Today, a third of the world's people drink coffee regularly, and now it has become the number one beverage across the world because of its universal appeal. All nations do it homage. It has become recognized as a human necessity and each country seems to have its own way of drinking it. Americans love their coffee with milk and sugar. The French prefer cafi au lait, which is a mixture of equal amount of coffee and warm milk. Other Europeans take espresso-strong black coffee that is said to perk up the drinker. Cappuccino, favored by Italians is spiced with nutmeg and cinnamon, while the Viennese coffee has a large dollop of whipped cream on top. In summer time Americans drink iced coffee, while others try out coffee ice cream and coffee-flavored chocolates. Brazil is known as a nation of coffee addicts. Coffee made in Mocha and Java were once the most sought after coffee brands in the world.

  In the Arab world, coffee is the hallmark of Middle-Eastern hospitality today, as it has been when it was discovered centuries ago. According to an Arab tradition, "One's guests deserve the very best," and that, without a doubt means coffee. Whether in Cairo or Istanbul, or among the Bedouins of the Arabian deserts, coffee is brewed as soon as the guests arrive. In the land of Arabia, Qahwa Arabiyah, green Arab coffee, unsweetened, but flavored with cardamom and saffron, is served with great decorum with ripe dates, the oldest and most respected among the guests receiving the first syrup-thick thimbleful glass of steaming, frothy brew. Among the poorer Arabs the coffee ceremony holds even greater significance and it is enjoyed on every occasion that calls for a celebration with its preparation varying in different provinces and countries with additions of number of spices in the brew to give it a distinctive flavor and a pleasant aroma. Among the Bedouin Arabs there is a saying, "He makes coffee from morning till night," to describe a generous man, and it is said no greater praise can be given to honor an Arab.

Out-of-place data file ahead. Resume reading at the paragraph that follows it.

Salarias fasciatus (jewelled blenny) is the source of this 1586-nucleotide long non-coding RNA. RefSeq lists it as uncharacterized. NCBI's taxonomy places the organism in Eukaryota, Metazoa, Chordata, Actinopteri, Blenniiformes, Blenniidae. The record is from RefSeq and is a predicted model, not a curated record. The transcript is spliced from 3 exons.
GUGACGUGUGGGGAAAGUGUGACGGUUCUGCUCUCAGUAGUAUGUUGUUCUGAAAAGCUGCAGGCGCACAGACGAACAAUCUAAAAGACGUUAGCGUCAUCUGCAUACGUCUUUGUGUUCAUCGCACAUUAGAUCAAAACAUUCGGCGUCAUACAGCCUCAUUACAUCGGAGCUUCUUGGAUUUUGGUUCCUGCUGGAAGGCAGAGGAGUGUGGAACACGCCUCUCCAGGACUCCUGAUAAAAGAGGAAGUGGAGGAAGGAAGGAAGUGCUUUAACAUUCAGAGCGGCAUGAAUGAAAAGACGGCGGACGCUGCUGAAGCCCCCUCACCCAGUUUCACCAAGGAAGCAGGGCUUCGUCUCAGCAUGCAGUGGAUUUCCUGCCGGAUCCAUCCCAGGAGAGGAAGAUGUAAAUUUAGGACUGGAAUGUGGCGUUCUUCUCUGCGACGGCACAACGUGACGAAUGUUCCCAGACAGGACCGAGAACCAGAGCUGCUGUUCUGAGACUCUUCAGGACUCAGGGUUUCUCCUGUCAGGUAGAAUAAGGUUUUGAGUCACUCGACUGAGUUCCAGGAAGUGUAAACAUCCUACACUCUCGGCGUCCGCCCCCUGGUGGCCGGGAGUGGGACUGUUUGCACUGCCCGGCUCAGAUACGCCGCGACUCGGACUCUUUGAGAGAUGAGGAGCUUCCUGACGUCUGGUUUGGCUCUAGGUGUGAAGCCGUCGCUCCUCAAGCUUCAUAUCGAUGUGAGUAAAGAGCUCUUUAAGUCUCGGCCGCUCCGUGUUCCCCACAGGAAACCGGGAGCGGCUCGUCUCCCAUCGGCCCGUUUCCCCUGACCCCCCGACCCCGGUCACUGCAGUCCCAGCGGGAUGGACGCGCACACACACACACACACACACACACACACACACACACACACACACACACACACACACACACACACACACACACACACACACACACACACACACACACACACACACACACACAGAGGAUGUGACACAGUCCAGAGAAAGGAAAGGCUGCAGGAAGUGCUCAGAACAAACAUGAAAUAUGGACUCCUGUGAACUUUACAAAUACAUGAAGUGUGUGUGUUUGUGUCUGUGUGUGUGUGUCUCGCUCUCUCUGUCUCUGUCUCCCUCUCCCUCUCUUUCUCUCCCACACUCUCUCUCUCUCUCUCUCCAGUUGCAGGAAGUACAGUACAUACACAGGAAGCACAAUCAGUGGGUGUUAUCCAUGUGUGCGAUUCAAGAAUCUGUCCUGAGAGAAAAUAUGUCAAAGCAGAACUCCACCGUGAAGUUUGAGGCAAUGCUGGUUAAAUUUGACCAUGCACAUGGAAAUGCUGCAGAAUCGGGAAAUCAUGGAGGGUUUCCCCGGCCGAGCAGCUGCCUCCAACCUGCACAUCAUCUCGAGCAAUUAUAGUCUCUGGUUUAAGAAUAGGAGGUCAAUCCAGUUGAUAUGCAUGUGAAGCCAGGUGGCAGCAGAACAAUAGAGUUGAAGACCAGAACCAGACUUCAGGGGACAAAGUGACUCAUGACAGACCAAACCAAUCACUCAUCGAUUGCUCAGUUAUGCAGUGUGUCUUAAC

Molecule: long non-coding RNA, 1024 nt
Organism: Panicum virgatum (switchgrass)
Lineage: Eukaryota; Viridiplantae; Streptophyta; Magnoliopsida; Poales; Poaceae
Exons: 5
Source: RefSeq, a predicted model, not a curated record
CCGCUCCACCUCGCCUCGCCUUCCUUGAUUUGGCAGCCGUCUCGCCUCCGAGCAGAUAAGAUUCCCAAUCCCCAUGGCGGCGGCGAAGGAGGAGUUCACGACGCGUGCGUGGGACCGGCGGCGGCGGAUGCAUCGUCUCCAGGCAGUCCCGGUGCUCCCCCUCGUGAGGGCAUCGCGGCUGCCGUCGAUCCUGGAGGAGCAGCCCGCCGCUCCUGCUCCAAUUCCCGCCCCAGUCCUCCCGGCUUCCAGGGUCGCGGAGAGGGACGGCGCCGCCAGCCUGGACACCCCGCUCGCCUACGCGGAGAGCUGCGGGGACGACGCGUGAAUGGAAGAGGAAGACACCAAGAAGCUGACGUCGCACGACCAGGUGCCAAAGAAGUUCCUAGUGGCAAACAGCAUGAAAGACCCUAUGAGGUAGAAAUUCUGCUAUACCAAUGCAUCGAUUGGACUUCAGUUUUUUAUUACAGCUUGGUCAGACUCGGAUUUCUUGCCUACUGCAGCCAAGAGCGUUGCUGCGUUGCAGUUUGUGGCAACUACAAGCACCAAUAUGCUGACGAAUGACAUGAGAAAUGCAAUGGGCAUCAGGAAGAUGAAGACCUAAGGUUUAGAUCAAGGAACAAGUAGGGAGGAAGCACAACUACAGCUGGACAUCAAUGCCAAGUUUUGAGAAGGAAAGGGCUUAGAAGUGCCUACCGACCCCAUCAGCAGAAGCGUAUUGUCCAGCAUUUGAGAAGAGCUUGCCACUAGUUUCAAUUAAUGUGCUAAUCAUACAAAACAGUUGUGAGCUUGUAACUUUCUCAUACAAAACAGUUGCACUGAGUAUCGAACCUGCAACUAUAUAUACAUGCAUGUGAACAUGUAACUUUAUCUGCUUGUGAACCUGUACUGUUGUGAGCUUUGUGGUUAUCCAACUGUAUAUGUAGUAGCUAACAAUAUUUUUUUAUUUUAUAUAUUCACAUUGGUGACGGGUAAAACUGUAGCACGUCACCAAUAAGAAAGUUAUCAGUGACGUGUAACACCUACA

What is it about coffee that people like so much? Coffee contains an alkaloid called caffeine, which acts as a powerful stimulant to the brain and perks up a person, causing a two-fold effect - the pleasurable sensation that it brings to the body and the increased efficiency that it produces in a person's capacity to do work. The caffeol in the coffee supplies the flavor and the aroma, and a number of other caffetannic acids that gives the beverage its rare tasty appeal. Recent researches show that coffee helps as a medicine to fight cancer and keep Parkinson's disease at bay. Other studies have proved that it acts as a cure for heart ailments. Major studies conducted on coffee show that it significantly reduces Type-2 diabetes risk and is also known for treating asthmatic patients, migraine, and certain allergic disorders.

  So, the next time when you sit down to relax with a cup of coffee with your friends you can tell them to thank the Arabs for giving them their favorite drink!